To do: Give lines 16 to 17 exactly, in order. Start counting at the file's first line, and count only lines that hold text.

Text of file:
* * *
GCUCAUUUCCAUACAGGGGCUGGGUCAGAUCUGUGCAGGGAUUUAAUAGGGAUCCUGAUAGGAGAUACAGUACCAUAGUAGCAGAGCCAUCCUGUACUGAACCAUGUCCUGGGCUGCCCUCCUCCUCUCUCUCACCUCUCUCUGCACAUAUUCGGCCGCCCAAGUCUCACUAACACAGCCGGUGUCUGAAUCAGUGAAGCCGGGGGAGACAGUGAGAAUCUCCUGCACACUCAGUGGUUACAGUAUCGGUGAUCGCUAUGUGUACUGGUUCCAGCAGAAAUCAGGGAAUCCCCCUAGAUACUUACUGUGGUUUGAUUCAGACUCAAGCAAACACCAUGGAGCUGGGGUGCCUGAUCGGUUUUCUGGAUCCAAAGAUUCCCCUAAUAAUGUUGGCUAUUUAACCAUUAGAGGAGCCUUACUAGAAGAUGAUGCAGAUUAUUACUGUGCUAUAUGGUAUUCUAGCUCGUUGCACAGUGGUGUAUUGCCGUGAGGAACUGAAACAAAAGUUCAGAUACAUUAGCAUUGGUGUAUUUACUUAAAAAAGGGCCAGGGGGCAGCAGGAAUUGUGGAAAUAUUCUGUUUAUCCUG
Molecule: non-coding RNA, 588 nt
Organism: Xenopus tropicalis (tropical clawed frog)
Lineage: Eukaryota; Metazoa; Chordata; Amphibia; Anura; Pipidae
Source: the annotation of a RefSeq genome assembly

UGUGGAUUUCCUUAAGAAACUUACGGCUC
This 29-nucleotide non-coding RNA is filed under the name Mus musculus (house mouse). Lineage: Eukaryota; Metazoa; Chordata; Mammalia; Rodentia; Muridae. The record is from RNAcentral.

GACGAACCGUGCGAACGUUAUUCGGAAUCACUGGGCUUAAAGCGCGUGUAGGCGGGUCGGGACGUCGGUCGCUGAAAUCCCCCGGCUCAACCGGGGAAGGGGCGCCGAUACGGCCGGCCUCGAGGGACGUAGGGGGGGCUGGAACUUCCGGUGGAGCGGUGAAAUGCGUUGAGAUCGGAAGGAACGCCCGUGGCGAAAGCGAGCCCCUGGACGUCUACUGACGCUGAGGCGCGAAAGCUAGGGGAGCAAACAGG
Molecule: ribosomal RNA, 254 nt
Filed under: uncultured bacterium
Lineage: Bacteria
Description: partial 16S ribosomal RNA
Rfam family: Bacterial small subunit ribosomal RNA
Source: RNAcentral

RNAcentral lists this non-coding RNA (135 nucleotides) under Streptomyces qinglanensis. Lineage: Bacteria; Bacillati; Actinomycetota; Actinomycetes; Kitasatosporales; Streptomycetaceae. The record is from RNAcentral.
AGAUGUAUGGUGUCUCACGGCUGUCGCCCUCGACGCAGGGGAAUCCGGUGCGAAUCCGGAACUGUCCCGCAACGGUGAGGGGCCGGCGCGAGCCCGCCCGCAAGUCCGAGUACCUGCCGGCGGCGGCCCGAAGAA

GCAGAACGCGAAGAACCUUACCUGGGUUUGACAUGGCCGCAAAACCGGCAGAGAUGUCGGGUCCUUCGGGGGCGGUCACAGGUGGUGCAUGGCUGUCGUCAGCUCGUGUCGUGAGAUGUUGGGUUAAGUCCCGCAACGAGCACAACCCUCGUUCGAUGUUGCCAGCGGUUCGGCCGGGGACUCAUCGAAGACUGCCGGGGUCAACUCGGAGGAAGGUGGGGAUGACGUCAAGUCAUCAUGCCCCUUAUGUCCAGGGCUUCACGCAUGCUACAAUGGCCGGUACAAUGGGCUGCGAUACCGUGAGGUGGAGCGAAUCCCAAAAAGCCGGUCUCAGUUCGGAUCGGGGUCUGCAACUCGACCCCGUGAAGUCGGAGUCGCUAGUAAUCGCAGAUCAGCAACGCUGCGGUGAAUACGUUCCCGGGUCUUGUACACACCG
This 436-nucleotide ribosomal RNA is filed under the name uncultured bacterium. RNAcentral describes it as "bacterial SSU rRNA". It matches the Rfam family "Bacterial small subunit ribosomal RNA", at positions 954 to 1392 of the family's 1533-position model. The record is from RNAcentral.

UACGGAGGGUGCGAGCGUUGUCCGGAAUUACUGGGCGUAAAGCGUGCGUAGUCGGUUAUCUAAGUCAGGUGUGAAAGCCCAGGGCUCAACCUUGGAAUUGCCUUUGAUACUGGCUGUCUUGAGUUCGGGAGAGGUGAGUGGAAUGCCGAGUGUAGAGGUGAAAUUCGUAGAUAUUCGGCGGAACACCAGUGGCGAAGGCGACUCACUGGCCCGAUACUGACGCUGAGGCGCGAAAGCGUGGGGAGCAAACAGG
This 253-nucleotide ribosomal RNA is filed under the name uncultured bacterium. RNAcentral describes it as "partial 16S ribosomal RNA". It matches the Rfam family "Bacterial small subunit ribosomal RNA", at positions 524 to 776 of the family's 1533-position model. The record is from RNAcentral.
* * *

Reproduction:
AGAUGUAUGGUGUCUCACGGCUGUCGCCCUCGACGCAGGGGAAUCCGGUGCGAAUCCGGAACUGUCCCGCAACGGUGAGGGGCCGGCGCGAGCCCGCCCGCAAGUCCGAGUACCUGCCGGCGGCGGCCCGAAGAA

GCAGAACGCGAAGAACCUUACCUGGGUUUGACAUGGCCGCAAAACCGGCAGAGAUGUCGGGUCCUUCGGGGGCGGUCACAGGUGGUGCAUGGCUGUCGUCAGCUCGUGUCGUGAGAUGUUGGGUUAAGUCCCGCAACGAGCACAACCCUCGUUCGAUGUUGCCAGCGGUUCGGCCGGGGACUCAUCGAAGACUGCCGGGGUCAACUCGGAGGAAGGUGGGGAUGACGUCAAGUCAUCAUGCCCCUUAUGUCCAGGGCUUCACGCAUGCUACAAUGGCCGGUACAAUGGGCUGCGAUACCGUGAGGUGGAGCGAAUCCCAAAAAGCCGGUCUCAGUUCGGAUCGGGGUCUGCAACUCGACCCCGUGAAGUCGGAGUCGCUAGUAAUCGCAGAUCAGCAACGCUGCGGUGAAUACGUUCCCGGGUCUUGUACACACCG